Now just because I really adore the game's environmental visuals does not mean it's all flowers and roses for the game being cross-gen, there is quite a bit of limitation and that is to be expected. The game features no ray-tracing on new-gen consoles whatsoever, the game is not running at 4K Natively either, the character models are outdated and can look like complete donkey butt depending on the lighting and time of day or night.
Thankfully, Yara and the majority of what you are looking at is more than good enough for a cross-gen game, and it's safe to assume that most gamers will be happy with what it has to offer when it comes to the visual department. I am thankful though, that Ubisoft prioritized 60FPS framerate over resolution; that was the biggest issue in previous Far Cry games, the slow FPS made them feel clunky and not as satisfying to play.
Ok, this is where we start breaking down the game and how Ubisoft has decided to continue on with their classical Far Cry formula and what you can expect to be different this time around. Just like in any old Far Cry fashion, you are introduced to a small area, do a couple of main story missions that gradually introduce you to the game's new core mechanics and the variety of missions you'll be taking throughout the game. If you've played a previous game in the series before, then you already know what to expect.
There are checkpoints to capture, military bases to take over for your crew, anti-air cannon sites to destroy, treasure hunts to undertake, side missions called Yara Stories to complete, supplies to find, ambushes to participate in and so on. These are just a bunch of different activities that are basically the same thing, but with a small twist in each one. Checkpoints for example are usually found on roads and to take them over, you need to clear the area of roughly 3-5 soldiers and then destroy a banner. Once everything is clear and the banner is destroyed the checkpoint becomes yours. These checkpoints only really exist to fit the lore and story of the game and act as a fast travel point across Yara. Anytime you take something over in Far Cry 6, you get rank points, which gives Dani a rank up once a certain amount of points is reached, and when you rank up you gain access to new weapons and gear.
Taking over military bases is far more important, as these serve as an avenue to call in vehicles, helicopters or sea vehicles assuming that there is a dock or helipad nearby. Not all military bases are created equal in Far Cry 6. Some only have regular land vehicles, others don't even have land vehicles but offer horses instead. The location of the base will dictate what bonuses it comes with.
Going over to an anti-aircraft cannon site and taking out the artillery with an RPG will grant your helicopters the ability to venture into territories you were not able to before, because obviously if you get near an anti-aircraft cannon in your air vehicle, you will be instantly shot down after a couple of seconds. These sites also come with depleted Uranium which is the main resource for buying new Supremos and Resolver weapons, but we will dive into gear, weaponry and crafting in a little bit.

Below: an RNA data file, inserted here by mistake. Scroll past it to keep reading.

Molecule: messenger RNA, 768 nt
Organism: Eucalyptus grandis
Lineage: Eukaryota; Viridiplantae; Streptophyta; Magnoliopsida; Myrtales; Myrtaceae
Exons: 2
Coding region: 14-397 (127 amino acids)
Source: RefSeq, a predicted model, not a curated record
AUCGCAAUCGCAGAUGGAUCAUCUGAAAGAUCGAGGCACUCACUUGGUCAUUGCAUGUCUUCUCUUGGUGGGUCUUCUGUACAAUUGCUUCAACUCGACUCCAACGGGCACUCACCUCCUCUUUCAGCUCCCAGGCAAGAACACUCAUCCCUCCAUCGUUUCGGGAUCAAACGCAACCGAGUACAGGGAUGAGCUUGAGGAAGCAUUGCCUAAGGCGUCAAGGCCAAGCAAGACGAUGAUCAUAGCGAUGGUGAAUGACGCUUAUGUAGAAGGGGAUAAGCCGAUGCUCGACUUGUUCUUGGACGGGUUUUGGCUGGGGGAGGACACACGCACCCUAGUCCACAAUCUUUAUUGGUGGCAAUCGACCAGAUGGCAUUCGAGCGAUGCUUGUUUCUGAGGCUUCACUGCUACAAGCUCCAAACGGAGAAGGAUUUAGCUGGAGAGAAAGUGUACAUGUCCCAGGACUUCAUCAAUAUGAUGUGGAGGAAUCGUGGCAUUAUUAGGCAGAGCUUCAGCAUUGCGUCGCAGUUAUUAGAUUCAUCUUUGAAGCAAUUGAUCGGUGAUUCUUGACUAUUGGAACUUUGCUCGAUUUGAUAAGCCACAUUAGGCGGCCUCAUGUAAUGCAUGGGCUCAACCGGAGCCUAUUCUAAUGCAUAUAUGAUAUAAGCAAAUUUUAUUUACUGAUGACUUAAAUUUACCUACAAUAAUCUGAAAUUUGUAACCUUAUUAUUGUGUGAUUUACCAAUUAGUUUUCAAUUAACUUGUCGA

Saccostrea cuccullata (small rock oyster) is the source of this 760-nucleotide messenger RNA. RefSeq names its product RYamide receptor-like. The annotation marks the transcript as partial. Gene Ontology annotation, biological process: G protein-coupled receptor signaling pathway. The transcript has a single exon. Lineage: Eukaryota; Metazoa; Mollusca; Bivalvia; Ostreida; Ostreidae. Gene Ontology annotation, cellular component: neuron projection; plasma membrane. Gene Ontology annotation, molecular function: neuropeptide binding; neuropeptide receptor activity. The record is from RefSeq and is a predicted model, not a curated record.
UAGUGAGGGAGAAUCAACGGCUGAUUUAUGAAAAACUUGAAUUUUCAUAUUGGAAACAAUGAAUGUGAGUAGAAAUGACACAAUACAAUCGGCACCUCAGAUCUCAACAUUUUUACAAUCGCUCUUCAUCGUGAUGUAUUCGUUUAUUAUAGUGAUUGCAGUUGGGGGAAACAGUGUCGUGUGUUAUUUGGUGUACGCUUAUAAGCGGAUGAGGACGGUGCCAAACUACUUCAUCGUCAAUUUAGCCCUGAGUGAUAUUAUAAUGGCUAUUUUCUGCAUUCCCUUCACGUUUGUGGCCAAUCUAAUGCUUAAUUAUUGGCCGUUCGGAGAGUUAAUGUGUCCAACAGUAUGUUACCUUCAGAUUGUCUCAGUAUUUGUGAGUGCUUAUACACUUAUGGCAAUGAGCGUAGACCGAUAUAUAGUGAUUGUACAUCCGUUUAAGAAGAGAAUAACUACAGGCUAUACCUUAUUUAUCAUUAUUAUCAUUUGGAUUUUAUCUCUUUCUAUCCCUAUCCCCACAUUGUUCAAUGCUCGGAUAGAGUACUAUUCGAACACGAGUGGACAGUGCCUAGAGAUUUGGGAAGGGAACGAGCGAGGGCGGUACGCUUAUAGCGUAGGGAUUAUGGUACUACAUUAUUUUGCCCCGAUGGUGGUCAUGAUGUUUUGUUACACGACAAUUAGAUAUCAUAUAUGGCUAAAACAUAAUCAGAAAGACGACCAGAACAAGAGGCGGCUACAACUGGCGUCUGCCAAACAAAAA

Perhaps the best and most interesting addition to the Far Cry franchise are the new mission types called "Treasure Hunts" and they are exactly what they sound like. For the first time in history, Ubisoft has finally managed to create side missions that are unique to one another. For example, in one treasure hunt, I had to go figure out how to get into a house that's full of loot and resource that were on fire. The puzzle involved me removing plugs from a generator so I can move into a different area and turn on the electricity, which turns on the valve so water can extinguish the fire. Then I had to go inside the house and find an opening (through a little window) to shoot a lock and open the door.
These treasure hunts are basically puzzles, some are traversal puzzles, others are switches and so on. The reward at the end of the puzzles usually involved a brand new weapon that has unique statistics and is made to serve a specific purpose in combat. These well-designed puzzles made me turn on the gears in my brain, it's a nice break from the constant shooting and capturing of military bases and checkpoints.
Then there are the Yaran Stories which are essentiality unique side quests for some of the characters you'll meet throughout the game. One quest involved me in assisting Chicharron (the angry black rooster) in killing the soldiers and destroying their intel. It was such a fun quest; you follow him as he rages his way through a couple of friendly NPCs and then breaks into a library. We started tearing the place apart. Once that was done, we went to the top and spray-painted some Chicharron artwork, which meant the angry chicken was here and Anton Castillo's army should be very afraid. As insane and unrealistic as that is, it's absolutely fantastic and pure video game dumb fun bliss! After I've completed multiple questlines for Chicharron, the pet finally became one of my companions and I was able to choose him if I wanted him to assist me in following me throughout Yara and killing a bunch of soldiers.